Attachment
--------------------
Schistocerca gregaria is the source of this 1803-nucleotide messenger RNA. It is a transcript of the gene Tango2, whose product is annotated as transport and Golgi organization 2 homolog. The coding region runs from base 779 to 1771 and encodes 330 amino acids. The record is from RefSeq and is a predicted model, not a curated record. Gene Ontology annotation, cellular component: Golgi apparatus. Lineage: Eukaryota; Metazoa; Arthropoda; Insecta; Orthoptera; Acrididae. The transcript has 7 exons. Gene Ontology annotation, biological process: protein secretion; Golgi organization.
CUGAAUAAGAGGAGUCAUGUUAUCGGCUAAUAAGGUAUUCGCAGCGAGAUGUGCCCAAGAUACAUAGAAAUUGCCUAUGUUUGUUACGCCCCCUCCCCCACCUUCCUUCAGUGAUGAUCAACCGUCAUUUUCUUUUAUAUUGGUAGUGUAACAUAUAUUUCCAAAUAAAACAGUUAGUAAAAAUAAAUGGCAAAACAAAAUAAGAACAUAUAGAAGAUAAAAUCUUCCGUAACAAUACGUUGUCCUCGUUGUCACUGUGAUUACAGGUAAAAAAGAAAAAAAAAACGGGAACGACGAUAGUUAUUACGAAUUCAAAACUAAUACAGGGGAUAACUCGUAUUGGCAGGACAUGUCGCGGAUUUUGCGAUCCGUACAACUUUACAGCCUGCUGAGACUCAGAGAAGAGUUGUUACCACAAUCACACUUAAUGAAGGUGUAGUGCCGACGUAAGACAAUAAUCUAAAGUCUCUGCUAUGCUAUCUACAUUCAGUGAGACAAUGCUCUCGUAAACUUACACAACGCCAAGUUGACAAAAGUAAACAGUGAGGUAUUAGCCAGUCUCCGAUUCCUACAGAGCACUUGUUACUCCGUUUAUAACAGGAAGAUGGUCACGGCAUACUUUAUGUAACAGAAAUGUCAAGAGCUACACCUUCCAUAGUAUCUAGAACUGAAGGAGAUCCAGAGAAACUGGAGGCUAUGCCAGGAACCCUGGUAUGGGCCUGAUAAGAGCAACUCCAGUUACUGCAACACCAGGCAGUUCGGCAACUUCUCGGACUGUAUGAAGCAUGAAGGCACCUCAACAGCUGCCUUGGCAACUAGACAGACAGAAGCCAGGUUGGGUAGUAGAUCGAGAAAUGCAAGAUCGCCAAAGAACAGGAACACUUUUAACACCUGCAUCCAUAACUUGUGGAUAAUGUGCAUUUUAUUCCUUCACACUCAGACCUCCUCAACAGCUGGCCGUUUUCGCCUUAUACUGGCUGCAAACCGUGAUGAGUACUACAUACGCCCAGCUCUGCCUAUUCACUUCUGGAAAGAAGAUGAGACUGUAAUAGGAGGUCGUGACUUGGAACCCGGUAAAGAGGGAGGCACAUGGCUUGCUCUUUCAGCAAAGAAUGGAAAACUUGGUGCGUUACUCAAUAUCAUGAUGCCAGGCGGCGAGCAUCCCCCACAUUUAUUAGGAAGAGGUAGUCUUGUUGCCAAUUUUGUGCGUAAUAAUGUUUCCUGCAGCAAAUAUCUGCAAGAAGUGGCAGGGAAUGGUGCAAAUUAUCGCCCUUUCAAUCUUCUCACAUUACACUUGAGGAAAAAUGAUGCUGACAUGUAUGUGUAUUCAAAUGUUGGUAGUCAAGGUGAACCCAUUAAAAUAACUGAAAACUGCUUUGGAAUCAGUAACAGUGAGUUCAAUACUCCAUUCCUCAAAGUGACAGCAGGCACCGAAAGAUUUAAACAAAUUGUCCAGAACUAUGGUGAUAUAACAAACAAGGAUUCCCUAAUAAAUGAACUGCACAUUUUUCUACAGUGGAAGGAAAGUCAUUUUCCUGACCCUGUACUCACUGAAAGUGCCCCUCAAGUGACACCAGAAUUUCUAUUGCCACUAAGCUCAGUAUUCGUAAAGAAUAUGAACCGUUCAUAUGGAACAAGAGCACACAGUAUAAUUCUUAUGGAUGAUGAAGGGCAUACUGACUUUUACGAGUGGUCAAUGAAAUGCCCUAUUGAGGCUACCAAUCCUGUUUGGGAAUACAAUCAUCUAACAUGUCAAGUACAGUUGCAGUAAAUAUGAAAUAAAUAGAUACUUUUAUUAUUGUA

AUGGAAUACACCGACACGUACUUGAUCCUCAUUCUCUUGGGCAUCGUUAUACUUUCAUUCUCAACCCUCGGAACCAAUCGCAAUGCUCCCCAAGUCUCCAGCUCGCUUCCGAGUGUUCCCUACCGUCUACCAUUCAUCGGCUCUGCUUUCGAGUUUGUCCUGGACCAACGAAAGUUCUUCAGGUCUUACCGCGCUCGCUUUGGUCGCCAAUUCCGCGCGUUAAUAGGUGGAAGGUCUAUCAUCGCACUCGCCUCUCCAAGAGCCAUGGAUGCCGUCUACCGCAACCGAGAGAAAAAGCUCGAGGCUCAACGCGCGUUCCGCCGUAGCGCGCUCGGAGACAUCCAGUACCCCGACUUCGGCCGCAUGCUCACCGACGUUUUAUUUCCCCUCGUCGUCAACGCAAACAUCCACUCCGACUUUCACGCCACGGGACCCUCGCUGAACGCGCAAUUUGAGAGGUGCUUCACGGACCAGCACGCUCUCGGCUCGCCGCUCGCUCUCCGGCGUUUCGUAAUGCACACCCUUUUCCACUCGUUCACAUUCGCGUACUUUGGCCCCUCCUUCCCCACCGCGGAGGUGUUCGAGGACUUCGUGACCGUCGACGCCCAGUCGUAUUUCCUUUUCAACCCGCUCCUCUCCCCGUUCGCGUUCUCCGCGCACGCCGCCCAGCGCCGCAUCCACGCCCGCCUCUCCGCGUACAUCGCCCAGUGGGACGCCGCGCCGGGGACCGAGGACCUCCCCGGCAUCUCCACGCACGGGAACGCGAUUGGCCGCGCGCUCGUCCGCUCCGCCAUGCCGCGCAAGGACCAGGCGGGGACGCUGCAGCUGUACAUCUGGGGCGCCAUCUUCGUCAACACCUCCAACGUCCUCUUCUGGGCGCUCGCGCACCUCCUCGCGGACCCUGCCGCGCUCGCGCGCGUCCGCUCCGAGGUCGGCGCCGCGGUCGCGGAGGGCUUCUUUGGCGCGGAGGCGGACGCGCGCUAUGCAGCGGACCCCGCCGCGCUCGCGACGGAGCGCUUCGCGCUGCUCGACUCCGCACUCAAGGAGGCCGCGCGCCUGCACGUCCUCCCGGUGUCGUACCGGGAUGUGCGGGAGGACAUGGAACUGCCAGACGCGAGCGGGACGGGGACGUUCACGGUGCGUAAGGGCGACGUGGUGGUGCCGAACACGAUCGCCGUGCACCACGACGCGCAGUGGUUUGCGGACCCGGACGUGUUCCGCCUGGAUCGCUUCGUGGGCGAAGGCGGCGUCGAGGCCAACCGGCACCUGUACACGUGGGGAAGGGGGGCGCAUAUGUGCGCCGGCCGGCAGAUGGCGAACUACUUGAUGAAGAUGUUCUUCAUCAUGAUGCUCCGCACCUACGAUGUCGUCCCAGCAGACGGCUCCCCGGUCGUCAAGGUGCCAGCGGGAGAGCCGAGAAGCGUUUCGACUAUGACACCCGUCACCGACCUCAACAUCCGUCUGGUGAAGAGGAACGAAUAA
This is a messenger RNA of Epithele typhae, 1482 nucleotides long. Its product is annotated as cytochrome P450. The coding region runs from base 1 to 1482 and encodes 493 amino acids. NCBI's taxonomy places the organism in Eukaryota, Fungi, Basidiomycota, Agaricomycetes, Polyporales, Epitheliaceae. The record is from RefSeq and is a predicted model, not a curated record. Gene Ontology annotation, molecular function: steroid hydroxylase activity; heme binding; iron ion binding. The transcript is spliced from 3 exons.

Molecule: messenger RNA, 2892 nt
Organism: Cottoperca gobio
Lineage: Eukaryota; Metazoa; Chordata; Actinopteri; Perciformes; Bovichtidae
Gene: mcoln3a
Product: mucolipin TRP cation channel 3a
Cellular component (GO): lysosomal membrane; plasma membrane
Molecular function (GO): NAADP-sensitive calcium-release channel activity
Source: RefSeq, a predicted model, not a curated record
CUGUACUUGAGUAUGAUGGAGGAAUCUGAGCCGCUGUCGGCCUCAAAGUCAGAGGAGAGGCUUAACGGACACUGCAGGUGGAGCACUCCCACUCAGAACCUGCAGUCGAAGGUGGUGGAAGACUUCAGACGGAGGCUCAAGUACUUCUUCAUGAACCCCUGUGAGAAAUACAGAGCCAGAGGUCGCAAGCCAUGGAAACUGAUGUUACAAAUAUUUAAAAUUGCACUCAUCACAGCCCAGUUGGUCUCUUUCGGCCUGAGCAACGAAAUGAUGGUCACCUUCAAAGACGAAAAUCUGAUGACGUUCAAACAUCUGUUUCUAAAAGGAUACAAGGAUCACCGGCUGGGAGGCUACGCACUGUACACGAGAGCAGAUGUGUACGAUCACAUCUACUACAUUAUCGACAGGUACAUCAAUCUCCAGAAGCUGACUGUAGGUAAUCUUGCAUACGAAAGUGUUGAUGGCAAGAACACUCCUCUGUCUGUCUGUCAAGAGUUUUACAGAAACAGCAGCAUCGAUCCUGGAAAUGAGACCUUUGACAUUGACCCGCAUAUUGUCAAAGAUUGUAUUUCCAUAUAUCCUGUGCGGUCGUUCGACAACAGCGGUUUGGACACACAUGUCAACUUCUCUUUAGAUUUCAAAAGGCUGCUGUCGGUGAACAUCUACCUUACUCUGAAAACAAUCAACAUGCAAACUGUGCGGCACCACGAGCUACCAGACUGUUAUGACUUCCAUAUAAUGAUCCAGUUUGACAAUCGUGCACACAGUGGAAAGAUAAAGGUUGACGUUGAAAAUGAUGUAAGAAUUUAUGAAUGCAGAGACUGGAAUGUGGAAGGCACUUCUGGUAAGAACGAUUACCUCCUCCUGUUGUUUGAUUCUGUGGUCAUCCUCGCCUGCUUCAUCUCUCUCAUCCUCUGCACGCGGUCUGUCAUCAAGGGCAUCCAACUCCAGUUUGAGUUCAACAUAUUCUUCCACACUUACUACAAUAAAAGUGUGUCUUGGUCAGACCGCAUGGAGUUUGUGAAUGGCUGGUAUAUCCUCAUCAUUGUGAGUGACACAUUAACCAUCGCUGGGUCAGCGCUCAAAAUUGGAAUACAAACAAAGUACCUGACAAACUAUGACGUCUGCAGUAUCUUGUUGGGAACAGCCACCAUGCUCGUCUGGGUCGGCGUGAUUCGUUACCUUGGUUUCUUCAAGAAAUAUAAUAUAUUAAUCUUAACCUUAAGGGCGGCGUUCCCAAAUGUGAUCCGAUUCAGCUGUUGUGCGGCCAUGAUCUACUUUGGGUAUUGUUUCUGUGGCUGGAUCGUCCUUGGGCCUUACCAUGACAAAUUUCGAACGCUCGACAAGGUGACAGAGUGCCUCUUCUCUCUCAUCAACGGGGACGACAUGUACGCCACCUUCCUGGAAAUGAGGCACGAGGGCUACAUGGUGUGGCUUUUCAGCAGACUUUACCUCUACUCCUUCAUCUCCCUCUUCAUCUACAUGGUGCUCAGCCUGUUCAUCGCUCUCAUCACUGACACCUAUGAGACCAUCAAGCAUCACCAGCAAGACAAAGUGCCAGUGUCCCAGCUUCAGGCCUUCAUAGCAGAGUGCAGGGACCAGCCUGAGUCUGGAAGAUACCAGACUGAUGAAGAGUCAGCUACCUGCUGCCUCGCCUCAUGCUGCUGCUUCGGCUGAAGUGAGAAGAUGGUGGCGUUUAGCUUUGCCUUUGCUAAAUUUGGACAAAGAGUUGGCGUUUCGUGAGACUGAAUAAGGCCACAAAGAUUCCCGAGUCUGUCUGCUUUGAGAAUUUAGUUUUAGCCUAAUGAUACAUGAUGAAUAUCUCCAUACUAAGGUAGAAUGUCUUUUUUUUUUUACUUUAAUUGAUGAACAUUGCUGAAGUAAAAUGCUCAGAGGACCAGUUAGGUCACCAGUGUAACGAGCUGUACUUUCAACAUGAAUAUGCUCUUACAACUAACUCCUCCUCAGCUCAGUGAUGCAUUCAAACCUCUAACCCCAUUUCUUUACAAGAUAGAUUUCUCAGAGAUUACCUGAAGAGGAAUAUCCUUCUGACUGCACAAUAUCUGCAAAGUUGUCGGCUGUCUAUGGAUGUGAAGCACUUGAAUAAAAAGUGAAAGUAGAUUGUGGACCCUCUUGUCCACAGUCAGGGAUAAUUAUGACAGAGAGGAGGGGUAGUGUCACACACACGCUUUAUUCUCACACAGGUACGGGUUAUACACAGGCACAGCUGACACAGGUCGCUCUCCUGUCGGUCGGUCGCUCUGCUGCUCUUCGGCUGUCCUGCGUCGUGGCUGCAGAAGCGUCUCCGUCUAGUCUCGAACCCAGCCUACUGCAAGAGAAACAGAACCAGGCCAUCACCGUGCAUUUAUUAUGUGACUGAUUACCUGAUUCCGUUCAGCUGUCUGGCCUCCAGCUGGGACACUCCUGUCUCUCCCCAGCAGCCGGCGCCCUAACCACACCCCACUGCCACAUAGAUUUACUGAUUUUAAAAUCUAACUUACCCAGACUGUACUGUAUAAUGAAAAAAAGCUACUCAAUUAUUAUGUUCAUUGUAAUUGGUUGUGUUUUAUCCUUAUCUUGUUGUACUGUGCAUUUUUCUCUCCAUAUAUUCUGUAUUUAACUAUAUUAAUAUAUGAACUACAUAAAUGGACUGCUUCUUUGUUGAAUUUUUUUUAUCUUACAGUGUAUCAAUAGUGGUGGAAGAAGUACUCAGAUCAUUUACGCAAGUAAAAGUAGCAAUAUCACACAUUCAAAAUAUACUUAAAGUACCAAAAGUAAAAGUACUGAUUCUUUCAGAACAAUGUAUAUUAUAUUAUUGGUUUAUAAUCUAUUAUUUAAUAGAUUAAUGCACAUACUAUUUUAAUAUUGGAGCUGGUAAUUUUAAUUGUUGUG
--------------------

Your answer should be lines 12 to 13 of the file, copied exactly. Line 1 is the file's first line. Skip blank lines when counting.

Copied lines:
Source: RefSeq, a predicted model, not a curated record
CUGUACUUGAGUAUGAUGGAGGAAUCUGAGCCGCUGUCGGCCUCAAAGUCAGAGGAGAGGCUUAACGGACACUGCAGGUGGAGCACUCCCACUCAGAACCUGCAGUCGAAGGUGGUGGAAGACUUCAGACGGAGGCUCAAGUACUUCUUCAUGAACCCCUGUGAGAAAUACAGAGCCAGAGGUCGCAAGCCAUGGAAACUGAUGUUACAAAUAUUUAAAAUUGCACUCAUCACAGCCCAGUUGGUCUCUUUCGGCCUGAGCAACGAAAUGAUGGUCACCUUCAAAGACGAAAAUCUGAUGACGUUCAAACAUCUGUUUCUAAAAGGAUACAAGGAUCACCGGCUGGGAGGCUACGCACUGUACACGAGAGCAGAUGUGUACGAUCACAUCUACUACAUUAUCGACAGGUACAUCAAUCUCCAGAAGCUGACUGUAGGUAAUCUUGCAUACGAAAGUGUUGAUGGCAAGAACACUCCUCUGUCUGUCUGUCAAGAGUUUUACAGAAACAGCAGCAUCGAUCCUGGAAAUGAGACCUUUGACAUUGACCCGCAUAUUGUCAAAGAUUGUAUUUCCAUAUAUCCUGUGCGGUCGUUCGACAACAGCGGUUUGGACACACAUGUCAACUUCUCUUUAGAUUUCAAAAGGCUGCUGUCGGUGAACAUCUACCUUACUCUGAAAACAAUCAACAUGCAAACUGUGCGGCACCACGAGCUACCAGACUGUUAUGACUUCCAUAUAAUGAUCCAGUUUGACAAUCGUGCACACAGUGGAAAGAUAAAGGUUGACGUUGAAAAUGAUGUAAGAAUUUAUGAAUGCAGAGACUGGAAUGUGGAAGGCACUUCUGGUAAGAACGAUUACCUCCUCCUGUUGUUUGAUUCUGUGGUCAUCCUCGCCUGCUUCAUCUCUCUCAUCCUCUGCACGCGGUCUGUCAUCAAGGGCAUCCAACUCCAGUUUGAGUUCAACAUAUUCUUCCACACUUACUACAAUAAAAGUGUGUCUUGGUCAGACCGCAUGGAGUUUGUGAAUGGCUGGUAUAUCCUCAUCAUUGUGAGUGACACAUUAACCAUCGCUGGGUCAGCGCUCAAAAUUGGAAUACAAACAAAGUACCUGACAAACUAUGACGUCUGCAGUAUCUUGUUGGGAACAGCCACCAUGCUCGUCUGGGUCGGCGUGAUUCGUUACCUUGGUUUCUUCAAGAAAUAUAAUAUAUUAAUCUUAACCUUAAGGGCGGCGUUCCCAAAUGUGAUCCGAUUCAGCUGUUGUGCGGCCAUGAUCUACUUUGGGUAUUGUUUCUGUGGCUGGAUCGUCCUUGGGCCUUACCAUGACAAAUUUCGAACGCUCGACAAGGUGACAGAGUGCCUCUUCUCUCUCAUCAACGGGGACGACAUGUACGCCACCUUCCUGGAAAUGAGGCACGAGGGCUACAUGGUGUGGCUUUUCAGCAGACUUUACCUCUACUCCUUCAUCUCCCUCUUCAUCUACAUGGUGCUCAGCCUGUUCAUCGCUCUCAUCACUGACACCUAUGAGACCAUCAAGCAUCACCAGCAAGACAAAGUGCCAGUGUCCCAGCUUCAGGCCUUCAUAGCAGAGUGCAGGGACCAGCCUGAGUCUGGAAGAUACCAGACUGAUGAAGAGUCAGCUACCUGCUGCCUCGCCUCAUGCUGCUGCUUCGGCUGAAGUGAGAAGAUGGUGGCGUUUAGCUUUGCCUUUGCUAAAUUUGGACAAAGAGUUGGCGUUUCGUGAGACUGAAUAAGGCCACAAAGAUUCCCGAGUCUGUCUGCUUUGAGAAUUUAGUUUUAGCCUAAUGAUACAUGAUGAAUAUCUCCAUACUAAGGUAGAAUGUCUUUUUUUUUUUACUUUAAUUGAUGAACAUUGCUGAAGUAAAAUGCUCAGAGGACCAGUUAGGUCACCAGUGUAACGAGCUGUACUUUCAACAUGAAUAUGCUCUUACAACUAACUCCUCCUCAGCUCAGUGAUGCAUUCAAACCUCUAACCCCAUUUCUUUACAAGAUAGAUUUCUCAGAGAUUACCUGAAGAGGAAUAUCCUUCUGACUGCACAAUAUCUGCAAAGUUGUCGGCUGUCUAUGGAUGUGAAGCACUUGAAUAAAAAGUGAAAGUAGAUUGUGGACCCUCUUGUCCACAGUCAGGGAUAAUUAUGACAGAGAGGAGGGGUAGUGUCACACACACGCUUUAUUCUCACACAGGUACGGGUUAUACACAGGCACAGCUGACACAGGUCGCUCUCCUGUCGGUCGGUCGCUCUGCUGCUCUUCGGCUGUCCUGCGUCGUGGCUGCAGAAGCGUCUCCGUCUAGUCUCGAACCCAGCCUACUGCAAGAGAAACAGAACCAGGCCAUCACCGUGCAUUUAUUAUGUGACUGAUUACCUGAUUCCGUUCAGCUGUCUGGCCUCCAGCUGGGACACUCCUGUCUCUCCCCAGCAGCCGGCGCCCUAACCACACCCCACUGCCACAUAGAUUUACUGAUUUUAAAAUCUAACUUACCCAGACUGUACUGUAUAAUGAAAAAAAGCUACUCAAUUAUUAUGUUCAUUGUAAUUGGUUGUGUUUUAUCCUUAUCUUGUUGUACUGUGCAUUUUUCUCUCCAUAUAUUCUGUAUUUAACUAUAUUAAUAUAUGAACUACAUAAAUGGACUGCUUCUUUGUUGAAUUUUUUUUAUCUUACAGUGUAUCAAUAGUGGUGGAAGAAGUACUCAGAUCAUUUACGCAAGUAAAAGUAGCAAUAUCACACAUUCAAAAUAUACUUAAAGUACCAAAAGUAAAAGUACUGAUUCUUUCAGAACAAUGUAUAUUAUAUUAUUGGUUUAUAAUCUAUUAUUUAAUAGAUUAAUGCACAUACUAUUUUAAUAUUGGAGCUGGUAAUUUUAAUUGUUGUG